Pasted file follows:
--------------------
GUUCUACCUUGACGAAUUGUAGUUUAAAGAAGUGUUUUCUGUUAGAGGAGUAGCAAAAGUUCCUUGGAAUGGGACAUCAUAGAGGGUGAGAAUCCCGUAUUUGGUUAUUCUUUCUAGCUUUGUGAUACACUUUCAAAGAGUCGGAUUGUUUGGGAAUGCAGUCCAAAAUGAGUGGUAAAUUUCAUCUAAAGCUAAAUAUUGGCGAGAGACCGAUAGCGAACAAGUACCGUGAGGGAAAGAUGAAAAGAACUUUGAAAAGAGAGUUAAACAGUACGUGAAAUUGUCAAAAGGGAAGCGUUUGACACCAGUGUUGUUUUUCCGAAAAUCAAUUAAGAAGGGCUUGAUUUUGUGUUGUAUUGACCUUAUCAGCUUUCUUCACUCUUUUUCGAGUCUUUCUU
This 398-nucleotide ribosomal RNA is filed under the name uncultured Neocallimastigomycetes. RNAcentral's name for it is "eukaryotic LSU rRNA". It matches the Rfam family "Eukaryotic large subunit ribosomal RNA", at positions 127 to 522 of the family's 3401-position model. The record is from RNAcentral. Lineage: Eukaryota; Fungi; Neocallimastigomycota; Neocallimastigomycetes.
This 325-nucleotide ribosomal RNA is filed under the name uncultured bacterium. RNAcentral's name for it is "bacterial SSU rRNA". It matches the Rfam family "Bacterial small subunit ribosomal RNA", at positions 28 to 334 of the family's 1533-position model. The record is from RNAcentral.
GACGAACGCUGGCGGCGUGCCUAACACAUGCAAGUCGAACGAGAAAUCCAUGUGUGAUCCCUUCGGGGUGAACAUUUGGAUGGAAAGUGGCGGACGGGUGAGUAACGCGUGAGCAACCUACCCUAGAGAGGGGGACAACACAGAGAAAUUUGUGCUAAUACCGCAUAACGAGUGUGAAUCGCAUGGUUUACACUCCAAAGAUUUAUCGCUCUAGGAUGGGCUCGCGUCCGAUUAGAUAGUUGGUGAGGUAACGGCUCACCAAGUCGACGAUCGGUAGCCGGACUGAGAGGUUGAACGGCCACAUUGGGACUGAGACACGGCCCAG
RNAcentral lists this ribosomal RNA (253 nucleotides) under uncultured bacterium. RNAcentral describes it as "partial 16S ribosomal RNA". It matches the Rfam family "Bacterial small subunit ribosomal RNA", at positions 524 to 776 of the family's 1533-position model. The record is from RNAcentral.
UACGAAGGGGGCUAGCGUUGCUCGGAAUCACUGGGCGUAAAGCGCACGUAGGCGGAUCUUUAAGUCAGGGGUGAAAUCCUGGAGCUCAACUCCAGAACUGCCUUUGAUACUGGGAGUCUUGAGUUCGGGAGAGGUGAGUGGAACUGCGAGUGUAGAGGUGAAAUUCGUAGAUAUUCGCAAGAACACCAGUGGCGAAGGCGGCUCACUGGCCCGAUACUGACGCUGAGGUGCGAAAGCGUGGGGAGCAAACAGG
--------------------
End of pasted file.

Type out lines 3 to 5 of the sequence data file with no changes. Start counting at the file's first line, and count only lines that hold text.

This 325-nucleotide ribosomal RNA is filed under the name uncultured bacterium. RNAcentral's name for it is "bacterial SSU rRNA". It matches the Rfam family "Bacterial small subunit ribosomal RNA", at positions 28 to 334 of the family's 1533-position model. The record is from RNAcentral.
GACGAACGCUGGCGGCGUGCCUAACACAUGCAAGUCGAACGAGAAAUCCAUGUGUGAUCCCUUCGGGGUGAACAUUUGGAUGGAAAGUGGCGGACGGGUGAGUAACGCGUGAGCAACCUACCCUAGAGAGGGGGACAACACAGAGAAAUUUGUGCUAAUACCGCAUAACGAGUGUGAAUCGCAUGGUUUACACUCCAAAGAUUUAUCGCUCUAGGAUGGGCUCGCGUCCGAUUAGAUAGUUGGUGAGGUAACGGCUCACCAAGUCGACGAUCGGUAGCCGGACUGAGAGGUUGAACGGCCACAUUGGGACUGAGACACGGCCCAG
RNAcentral lists this ribosomal RNA (253 nucleotides) under uncultured bacterium. RNAcentral describes it as "partial 16S ribosomal RNA". It matches the Rfam family "Bacterial small subunit ribosomal RNA", at positions 524 to 776 of the family's 1533-position model. The record is from RNAcentral.